In Between Stories is a short documentary that features four young artists from the African diaspora communities in Toronto, Canada. This film touches on issues including media representations of Africa, experiences of second-generation immigrant youth and the role of storytelling.
Opening night - Community Stories: Youth Media Arts Program
Life After High School is a short comedic film about guidance counsellors being so out of tune with the students of today. Mostly improvised, the film draws attention to issues in our school system today.
Commenting on their personal values, first-generation Canadian girls attempt to define what it means to be a hyphenated Canadian. An exploration of identity in a multicultural land, where the pull of family values and the push of societal mores sparks as many questions as answers.
A young Congolese immigrant is murdered outside his workplace in Toronto. What will be the effects on his sister, his employer and the attending police officer? Who Killed Me elicits thought-provoking questions about survival and life as an immigrant in our society.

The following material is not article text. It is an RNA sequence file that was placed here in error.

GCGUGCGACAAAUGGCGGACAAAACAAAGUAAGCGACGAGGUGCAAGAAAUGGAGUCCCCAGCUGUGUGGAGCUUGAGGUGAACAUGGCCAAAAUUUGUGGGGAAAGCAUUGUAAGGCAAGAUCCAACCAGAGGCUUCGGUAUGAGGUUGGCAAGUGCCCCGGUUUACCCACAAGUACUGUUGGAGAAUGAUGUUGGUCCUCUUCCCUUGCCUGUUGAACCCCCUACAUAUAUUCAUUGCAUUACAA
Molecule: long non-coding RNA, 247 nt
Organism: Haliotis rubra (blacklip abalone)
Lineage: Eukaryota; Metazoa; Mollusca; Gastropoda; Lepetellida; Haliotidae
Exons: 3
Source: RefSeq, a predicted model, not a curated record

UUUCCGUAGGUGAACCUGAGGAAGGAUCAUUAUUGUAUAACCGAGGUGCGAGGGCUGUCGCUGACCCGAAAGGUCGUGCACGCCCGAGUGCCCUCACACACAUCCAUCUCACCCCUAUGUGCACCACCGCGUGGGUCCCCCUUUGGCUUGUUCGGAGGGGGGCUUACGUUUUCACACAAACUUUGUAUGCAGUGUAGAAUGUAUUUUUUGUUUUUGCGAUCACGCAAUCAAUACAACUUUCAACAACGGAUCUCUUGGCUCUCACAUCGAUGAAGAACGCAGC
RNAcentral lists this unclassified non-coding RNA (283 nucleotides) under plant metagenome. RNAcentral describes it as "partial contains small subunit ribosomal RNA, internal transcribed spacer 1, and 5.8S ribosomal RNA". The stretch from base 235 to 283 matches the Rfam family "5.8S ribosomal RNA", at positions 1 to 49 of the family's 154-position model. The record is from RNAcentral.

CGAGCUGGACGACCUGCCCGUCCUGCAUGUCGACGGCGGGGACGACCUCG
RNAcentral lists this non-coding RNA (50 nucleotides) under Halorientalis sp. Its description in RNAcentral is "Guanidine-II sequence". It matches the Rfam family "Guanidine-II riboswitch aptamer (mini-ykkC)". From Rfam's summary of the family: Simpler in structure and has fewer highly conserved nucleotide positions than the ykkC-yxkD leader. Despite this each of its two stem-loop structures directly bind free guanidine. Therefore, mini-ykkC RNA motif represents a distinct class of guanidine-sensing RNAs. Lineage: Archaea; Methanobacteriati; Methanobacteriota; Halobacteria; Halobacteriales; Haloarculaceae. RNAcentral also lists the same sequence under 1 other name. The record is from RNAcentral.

Using whiteboard animation, this short movie scribes an easy-to-follow and critical look at Canadaâs controversial Bill C-31, breaking down its effect on refugee populations.
This elliptical experimental film follows a gang of disenfranchised youth in Winnipeg’s West End as they dream of being gangstas and rappers. Rhythmically entrancing and dreamily poetic.
Young girls present an ode to a unique country, imperfect in its past faults yet great in its present openness to diversity, multiculturalism and equal opportunity. A collage of thoughts and pictures in action describe the love for what Canada was and is in its ever-changing social and cultural landscape.
A thoughtful and poetic expression of the sudden disappearance of Sakay’s brother Pinaskin, set against a beautifully desolate landscape in Manawan, Quebec.
Jamal has a dream. He is ambitious. And he has talent. He is giving his everything to try and find his big break as a hip-hop artist, but how much does he have to give?
A creative, short musical film featuring themes of anti-violence and anti-racism. Mi Na Wanna is Abstract Random’s rhythmic progressive diatribe renouncing the violent and homophobic tendencies of dance hall music. A well-timed message about love and freedom.
Abstract Random is an electro dub hop music group out of Parkdale Toronto bringing back “cool feminist political”